Thanks for your explanations. I am glad that you are interested in "characteristically human proofs", in contrast with, say Thomas Hales. But this is not a surprise, of course. This is exactly what makes your position so interesting and mysterious. Your comment does not explain this mystery, at least for me.

I was planning to lay down a background for a discussion of your position, but, to my regret, there is too much of quite different sort of "drudgery" in my life, and I only started of writing my ideas down in this post and the next one. Perhaps, a better way to go will be just to write a detailed reply to you. For at least today, or the time being, I have to limit myself by a few remarks. To be continued in the next comment.

Before writing it, I would like to uncover my incognito - if you still don't know my name (it is not really a secret).

Sincerely yours,

Nikolai V. Ivanov

Timothy Gowers:

ReplyDeleteHere you presented your position as a sort of science-fiction. You say that you "believe that computers...", that you "imagine a brief golden age...".

Of course, there is no need to argue with your imagination. I like novels and movies about super-human and super-intelligent cyborgs or distributed super-intelligent "computers". Not because I find such stories plausible, but because they help to understand humans. One may discuss if your ideas may serve as a good concept for a sci-fi novel or a movie. But I am sure that you are talking about something much more substantial than a concept invented to pitch a project to a studio executive.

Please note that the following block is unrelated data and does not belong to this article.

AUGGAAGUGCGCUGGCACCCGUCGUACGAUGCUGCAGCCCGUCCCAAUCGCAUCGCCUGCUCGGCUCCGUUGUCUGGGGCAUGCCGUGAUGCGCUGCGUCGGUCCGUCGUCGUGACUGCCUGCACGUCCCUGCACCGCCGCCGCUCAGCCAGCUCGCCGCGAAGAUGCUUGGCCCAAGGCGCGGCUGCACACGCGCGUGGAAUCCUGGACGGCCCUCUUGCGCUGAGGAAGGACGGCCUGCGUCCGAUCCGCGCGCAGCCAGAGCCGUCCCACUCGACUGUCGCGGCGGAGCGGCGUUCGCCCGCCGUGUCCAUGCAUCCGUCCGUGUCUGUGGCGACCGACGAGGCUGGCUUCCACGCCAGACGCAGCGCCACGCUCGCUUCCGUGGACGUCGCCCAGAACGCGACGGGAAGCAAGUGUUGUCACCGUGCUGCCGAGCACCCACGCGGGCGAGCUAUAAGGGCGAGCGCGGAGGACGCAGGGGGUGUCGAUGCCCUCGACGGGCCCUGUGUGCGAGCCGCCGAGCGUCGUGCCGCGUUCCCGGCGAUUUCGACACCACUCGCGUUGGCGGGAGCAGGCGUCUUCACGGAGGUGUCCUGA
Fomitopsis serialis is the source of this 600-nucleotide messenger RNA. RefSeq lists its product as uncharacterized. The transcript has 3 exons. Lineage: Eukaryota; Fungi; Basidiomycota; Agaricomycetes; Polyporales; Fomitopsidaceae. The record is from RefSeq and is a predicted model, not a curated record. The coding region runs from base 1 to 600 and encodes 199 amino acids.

You also "believe" that something will happen. It seems to me that your beliefs are not of a religious nature, and hence one can argue about them. I do not share these beliefs. It seems to me that our beliefs are different because we have different ideas both about mathematics and about the humans. In fact, this blog is mainly about these differences till now, with few digressions into the current affairs.

One thing should be pointed out right away: I do not see mathematics as a "kind of career". Its significance is deeper. And for a human mathematics needs to be a calling, not a career choice. As a career, it is not attractive at all. I would advise against it, if it is

. For a short period of time and for very few people it was attractive. This time is gone.a choiceBut the heart of the matter is left out of your comment. You do not just imagine things, or believe in something. You are working toward a realization of your beliefs.

It is kind of paradox, but I consider your projects especially dangerous because they cannot be realized - if the mathematics is understood the way I do understand it. You wrote a lot about the way the mathematician of the "second culture" are doing mathematics. The your "golden age" computers would help such mathematician, I agree. They will not help me. But you do not say "my mathematics", you say simply "mathematics".

Your ideas may prevail only if your kind of mathematics and the "second culture" mathematicians will push away the kind of mathematics I admire most and the mathematicians who work the way I work (there are ones who are infinitely better than me, and I am really concerned about them, not about myself). And this is a very real perspective. The "second culture" mathematicians will simple take all available positions, and the new generation will work in their style.

Mathematical fashions are much stronger than fashions in clothing, and they change much slower. The mathematics of the "second culture" - here I mean more or less a tautological thing, the research for which knowing an obscure lemma in an obscure paper may be crucial - is taking over, it seems.

To be continued.